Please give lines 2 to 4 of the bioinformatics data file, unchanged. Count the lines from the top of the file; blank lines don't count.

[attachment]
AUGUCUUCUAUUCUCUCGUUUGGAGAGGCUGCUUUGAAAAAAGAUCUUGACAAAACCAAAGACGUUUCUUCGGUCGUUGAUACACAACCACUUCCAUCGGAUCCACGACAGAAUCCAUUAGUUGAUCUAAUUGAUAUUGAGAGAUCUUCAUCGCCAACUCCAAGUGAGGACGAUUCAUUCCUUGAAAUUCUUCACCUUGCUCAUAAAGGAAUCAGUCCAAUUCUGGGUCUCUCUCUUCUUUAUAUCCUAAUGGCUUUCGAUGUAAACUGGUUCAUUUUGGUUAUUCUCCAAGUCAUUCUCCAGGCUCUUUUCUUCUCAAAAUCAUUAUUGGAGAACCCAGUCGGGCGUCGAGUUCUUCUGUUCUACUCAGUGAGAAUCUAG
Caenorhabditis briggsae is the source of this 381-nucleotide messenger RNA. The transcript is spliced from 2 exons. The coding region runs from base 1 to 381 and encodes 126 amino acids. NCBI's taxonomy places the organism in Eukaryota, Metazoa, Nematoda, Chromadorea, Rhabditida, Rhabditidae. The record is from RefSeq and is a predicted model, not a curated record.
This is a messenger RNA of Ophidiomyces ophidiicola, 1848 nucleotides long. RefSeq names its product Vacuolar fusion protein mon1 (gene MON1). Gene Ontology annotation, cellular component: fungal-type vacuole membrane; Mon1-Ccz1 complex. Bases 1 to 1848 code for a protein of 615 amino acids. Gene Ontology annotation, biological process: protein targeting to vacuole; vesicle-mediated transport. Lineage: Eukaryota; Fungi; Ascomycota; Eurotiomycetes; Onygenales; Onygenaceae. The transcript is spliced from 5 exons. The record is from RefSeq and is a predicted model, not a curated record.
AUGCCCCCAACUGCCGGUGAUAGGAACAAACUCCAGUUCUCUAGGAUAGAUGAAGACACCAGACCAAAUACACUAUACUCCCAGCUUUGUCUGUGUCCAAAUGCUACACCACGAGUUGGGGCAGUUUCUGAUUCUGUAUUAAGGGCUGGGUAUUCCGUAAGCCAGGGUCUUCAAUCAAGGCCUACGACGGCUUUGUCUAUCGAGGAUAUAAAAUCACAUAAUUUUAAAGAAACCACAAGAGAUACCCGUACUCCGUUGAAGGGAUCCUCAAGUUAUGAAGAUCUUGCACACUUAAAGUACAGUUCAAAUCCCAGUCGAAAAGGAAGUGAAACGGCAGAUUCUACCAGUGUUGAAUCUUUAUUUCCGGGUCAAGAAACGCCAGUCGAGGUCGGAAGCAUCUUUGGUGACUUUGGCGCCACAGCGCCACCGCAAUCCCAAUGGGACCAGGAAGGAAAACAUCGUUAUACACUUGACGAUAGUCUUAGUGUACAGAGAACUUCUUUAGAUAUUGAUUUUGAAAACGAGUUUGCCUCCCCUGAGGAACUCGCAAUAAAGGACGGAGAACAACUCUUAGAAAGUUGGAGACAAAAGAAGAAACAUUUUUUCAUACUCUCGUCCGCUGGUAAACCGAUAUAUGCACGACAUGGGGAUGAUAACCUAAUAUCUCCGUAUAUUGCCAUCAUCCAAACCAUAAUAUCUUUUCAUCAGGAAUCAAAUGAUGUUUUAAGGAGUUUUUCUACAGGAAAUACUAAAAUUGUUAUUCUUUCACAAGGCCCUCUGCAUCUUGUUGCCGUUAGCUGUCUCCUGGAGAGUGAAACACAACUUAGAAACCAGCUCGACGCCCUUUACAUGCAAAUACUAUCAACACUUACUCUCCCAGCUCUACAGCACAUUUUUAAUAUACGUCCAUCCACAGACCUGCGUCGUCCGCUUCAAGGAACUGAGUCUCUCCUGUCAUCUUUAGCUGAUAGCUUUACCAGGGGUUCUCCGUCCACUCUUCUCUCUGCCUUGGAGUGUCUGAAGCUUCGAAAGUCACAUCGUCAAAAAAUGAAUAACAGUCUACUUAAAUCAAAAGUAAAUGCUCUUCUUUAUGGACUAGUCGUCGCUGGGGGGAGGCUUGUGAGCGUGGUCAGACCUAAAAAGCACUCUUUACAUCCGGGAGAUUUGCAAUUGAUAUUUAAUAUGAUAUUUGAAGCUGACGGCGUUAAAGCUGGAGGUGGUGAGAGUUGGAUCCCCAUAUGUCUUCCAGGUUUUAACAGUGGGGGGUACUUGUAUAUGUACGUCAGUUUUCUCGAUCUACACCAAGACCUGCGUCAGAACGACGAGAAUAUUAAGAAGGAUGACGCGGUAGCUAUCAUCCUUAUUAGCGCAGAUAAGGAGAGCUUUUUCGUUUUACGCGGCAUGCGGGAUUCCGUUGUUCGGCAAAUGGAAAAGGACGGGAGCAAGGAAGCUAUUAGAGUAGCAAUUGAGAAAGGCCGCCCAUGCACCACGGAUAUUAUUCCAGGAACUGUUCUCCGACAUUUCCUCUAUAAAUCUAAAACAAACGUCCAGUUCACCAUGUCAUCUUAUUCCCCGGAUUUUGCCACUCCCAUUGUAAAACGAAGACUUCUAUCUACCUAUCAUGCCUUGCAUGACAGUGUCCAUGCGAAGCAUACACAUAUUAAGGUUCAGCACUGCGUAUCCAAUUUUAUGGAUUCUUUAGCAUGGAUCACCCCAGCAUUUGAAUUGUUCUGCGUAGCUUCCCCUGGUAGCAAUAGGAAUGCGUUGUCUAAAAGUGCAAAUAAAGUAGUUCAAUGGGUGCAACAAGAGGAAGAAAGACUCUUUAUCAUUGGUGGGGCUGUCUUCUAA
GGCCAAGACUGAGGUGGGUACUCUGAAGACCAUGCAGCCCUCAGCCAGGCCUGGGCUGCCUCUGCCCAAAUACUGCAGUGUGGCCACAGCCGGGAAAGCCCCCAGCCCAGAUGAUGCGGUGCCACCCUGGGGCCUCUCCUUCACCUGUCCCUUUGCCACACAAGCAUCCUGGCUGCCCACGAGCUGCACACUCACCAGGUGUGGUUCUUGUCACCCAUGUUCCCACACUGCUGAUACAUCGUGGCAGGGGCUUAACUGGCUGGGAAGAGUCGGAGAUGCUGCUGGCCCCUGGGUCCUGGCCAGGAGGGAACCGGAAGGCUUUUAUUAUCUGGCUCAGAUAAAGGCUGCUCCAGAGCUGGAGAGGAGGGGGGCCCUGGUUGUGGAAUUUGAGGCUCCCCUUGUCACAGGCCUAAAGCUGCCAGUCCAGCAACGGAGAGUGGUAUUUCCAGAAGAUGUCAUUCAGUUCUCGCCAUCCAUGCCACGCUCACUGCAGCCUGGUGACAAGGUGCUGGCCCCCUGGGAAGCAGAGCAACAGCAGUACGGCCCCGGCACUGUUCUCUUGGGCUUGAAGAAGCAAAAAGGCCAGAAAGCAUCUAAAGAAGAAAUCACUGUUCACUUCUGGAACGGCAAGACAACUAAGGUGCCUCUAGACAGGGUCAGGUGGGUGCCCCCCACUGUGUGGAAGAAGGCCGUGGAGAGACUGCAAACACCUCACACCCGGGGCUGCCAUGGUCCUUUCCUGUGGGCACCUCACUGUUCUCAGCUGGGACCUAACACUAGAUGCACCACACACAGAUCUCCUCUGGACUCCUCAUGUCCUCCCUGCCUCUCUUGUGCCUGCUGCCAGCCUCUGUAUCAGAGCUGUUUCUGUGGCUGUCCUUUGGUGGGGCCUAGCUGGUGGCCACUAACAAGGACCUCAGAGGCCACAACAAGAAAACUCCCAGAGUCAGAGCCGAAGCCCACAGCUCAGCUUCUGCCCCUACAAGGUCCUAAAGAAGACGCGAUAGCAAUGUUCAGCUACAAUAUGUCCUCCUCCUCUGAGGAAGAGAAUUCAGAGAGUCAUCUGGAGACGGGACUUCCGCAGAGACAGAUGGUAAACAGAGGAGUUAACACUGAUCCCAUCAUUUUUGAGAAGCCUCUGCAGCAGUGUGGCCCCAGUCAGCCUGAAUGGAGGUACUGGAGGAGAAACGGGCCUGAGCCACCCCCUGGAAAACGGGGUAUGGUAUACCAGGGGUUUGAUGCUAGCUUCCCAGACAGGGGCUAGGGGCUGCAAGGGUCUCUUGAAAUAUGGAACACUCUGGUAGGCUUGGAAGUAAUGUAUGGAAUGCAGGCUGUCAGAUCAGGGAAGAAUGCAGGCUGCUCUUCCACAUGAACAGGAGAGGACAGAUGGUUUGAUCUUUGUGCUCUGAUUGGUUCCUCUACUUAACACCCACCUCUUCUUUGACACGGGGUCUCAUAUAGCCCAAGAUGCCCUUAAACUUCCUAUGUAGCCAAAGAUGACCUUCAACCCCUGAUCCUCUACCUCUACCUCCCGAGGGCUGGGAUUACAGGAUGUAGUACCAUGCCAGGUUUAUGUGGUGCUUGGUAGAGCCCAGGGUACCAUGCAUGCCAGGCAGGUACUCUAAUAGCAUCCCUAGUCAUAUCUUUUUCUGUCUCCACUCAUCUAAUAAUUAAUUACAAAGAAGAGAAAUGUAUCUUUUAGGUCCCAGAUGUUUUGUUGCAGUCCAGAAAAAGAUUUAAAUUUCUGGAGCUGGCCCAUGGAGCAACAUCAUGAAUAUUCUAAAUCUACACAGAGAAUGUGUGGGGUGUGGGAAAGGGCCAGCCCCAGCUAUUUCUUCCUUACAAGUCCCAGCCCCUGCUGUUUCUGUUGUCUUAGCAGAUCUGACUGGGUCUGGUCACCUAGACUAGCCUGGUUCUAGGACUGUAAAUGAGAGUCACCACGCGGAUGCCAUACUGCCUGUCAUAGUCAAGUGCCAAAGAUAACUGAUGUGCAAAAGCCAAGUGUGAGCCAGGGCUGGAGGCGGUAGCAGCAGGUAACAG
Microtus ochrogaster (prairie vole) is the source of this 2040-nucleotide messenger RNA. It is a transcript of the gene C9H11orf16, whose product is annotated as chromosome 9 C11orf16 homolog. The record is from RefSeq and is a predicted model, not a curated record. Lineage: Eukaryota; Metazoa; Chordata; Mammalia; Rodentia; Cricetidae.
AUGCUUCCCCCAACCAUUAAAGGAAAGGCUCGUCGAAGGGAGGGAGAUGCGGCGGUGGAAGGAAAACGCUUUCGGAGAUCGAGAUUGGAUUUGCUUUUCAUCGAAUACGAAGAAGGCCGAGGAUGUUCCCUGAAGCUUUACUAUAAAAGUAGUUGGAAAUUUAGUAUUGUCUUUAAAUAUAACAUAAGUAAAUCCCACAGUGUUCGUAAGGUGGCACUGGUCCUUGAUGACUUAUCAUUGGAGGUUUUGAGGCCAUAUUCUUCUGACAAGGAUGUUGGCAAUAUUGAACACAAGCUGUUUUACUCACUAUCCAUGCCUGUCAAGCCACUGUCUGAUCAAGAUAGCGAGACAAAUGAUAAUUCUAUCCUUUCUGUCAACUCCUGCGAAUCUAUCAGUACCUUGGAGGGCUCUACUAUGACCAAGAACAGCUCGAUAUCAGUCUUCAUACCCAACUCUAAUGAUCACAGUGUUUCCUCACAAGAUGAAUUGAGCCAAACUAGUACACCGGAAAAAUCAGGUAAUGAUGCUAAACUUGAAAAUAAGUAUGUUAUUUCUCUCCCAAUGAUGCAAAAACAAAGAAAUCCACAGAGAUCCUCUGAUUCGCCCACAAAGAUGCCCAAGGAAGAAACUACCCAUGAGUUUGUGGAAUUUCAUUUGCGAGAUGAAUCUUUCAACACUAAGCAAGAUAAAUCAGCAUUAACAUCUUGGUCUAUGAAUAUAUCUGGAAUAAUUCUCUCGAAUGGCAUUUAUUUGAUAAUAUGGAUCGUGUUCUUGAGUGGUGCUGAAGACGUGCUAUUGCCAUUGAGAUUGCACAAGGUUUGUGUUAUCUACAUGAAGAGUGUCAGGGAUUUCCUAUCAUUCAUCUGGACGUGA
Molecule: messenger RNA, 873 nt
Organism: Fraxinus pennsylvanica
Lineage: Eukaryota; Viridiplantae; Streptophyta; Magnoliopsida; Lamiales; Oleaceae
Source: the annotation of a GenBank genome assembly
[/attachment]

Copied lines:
Caenorhabditis briggsae is the source of this 381-nucleotide messenger RNA. The transcript is spliced from 2 exons. The coding region runs from base 1 to 381 and encodes 126 amino acids. NCBI's taxonomy places the organism in Eukaryota, Metazoa, Nematoda, Chromadorea, Rhabditida, Rhabditidae. The record is from RefSeq and is a predicted model, not a curated record.
This is a messenger RNA of Ophidiomyces ophidiicola, 1848 nucleotides long. RefSeq names its product Vacuolar fusion protein mon1 (gene MON1). Gene Ontology annotation, cellular component: fungal-type vacuole membrane; Mon1-Ccz1 complex. Bases 1 to 1848 code for a protein of 615 amino acids. Gene Ontology annotation, biological process: protein targeting to vacuole; vesicle-mediated transport. Lineage: Eukaryota; Fungi; Ascomycota; Eurotiomycetes; Onygenales; Onygenaceae. The transcript is spliced from 5 exons. The record is from RefSeq and is a predicted model, not a curated record.
AUGCCCCCAACUGCCGGUGAUAGGAACAAACUCCAGUUCUCUAGGAUAGAUGAAGACACCAGACCAAAUACACUAUACUCCCAGCUUUGUCUGUGUCCAAAUGCUACACCACGAGUUGGGGCAGUUUCUGAUUCUGUAUUAAGGGCUGGGUAUUCCGUAAGCCAGGGUCUUCAAUCAAGGCCUACGACGGCUUUGUCUAUCGAGGAUAUAAAAUCACAUAAUUUUAAAGAAACCACAAGAGAUACCCGUACUCCGUUGAAGGGAUCCUCAAGUUAUGAAGAUCUUGCACACUUAAAGUACAGUUCAAAUCCCAGUCGAAAAGGAAGUGAAACGGCAGAUUCUACCAGUGUUGAAUCUUUAUUUCCGGGUCAAGAAACGCCAGUCGAGGUCGGAAGCAUCUUUGGUGACUUUGGCGCCACAGCGCCACCGCAAUCCCAAUGGGACCAGGAAGGAAAACAUCGUUAUACACUUGACGAUAGUCUUAGUGUACAGAGAACUUCUUUAGAUAUUGAUUUUGAAAACGAGUUUGCCUCCCCUGAGGAACUCGCAAUAAAGGACGGAGAACAACUCUUAGAAAGUUGGAGACAAAAGAAGAAACAUUUUUUCAUACUCUCGUCCGCUGGUAAACCGAUAUAUGCACGACAUGGGGAUGAUAACCUAAUAUCUCCGUAUAUUGCCAUCAUCCAAACCAUAAUAUCUUUUCAUCAGGAAUCAAAUGAUGUUUUAAGGAGUUUUUCUACAGGAAAUACUAAAAUUGUUAUUCUUUCACAAGGCCCUCUGCAUCUUGUUGCCGUUAGCUGUCUCCUGGAGAGUGAAACACAACUUAGAAACCAGCUCGACGCCCUUUACAUGCAAAUACUAUCAACACUUACUCUCCCAGCUCUACAGCACAUUUUUAAUAUACGUCCAUCCACAGACCUGCGUCGUCCGCUUCAAGGAACUGAGUCUCUCCUGUCAUCUUUAGCUGAUAGCUUUACCAGGGGUUCUCCGUCCACUCUUCUCUCUGCCUUGGAGUGUCUGAAGCUUCGAAAGUCACAUCGUCAAAAAAUGAAUAACAGUCUACUUAAAUCAAAAGUAAAUGCUCUUCUUUAUGGACUAGUCGUCGCUGGGGGGAGGCUUGUGAGCGUGGUCAGACCUAAAAAGCACUCUUUACAUCCGGGAGAUUUGCAAUUGAUAUUUAAUAUGAUAUUUGAAGCUGACGGCGUUAAAGCUGGAGGUGGUGAGAGUUGGAUCCCCAUAUGUCUUCCAGGUUUUAACAGUGGGGGGUACUUGUAUAUGUACGUCAGUUUUCUCGAUCUACACCAAGACCUGCGUCAGAACGACGAGAAUAUUAAGAAGGAUGACGCGGUAGCUAUCAUCCUUAUUAGCGCAGAUAAGGAGAGCUUUUUCGUUUUACGCGGCAUGCGGGAUUCCGUUGUUCGGCAAAUGGAAAAGGACGGGAGCAAGGAAGCUAUUAGAGUAGCAAUUGAGAAAGGCCGCCCAUGCACCACGGAUAUUAUUCCAGGAACUGUUCUCCGACAUUUCCUCUAUAAAUCUAAAACAAACGUCCAGUUCACCAUGUCAUCUUAUUCCCCGGAUUUUGCCACUCCCAUUGUAAAACGAAGACUUCUAUCUACCUAUCAUGCCUUGCAUGACAGUGUCCAUGCGAAGCAUACACAUAUUAAGGUUCAGCACUGCGUAUCCAAUUUUAUGGAUUCUUUAGCAUGGAUCACCCCAGCAUUUGAAUUGUUCUGCGUAGCUUCCCCUGGUAGCAAUAGGAAUGCGUUGUCUAAAAGUGCAAAUAAAGUAGUUCAAUGGGUGCAACAAGAGGAAGAAAGACUCUUUAUCAUUGGUGGGGCUGUCUUCUAA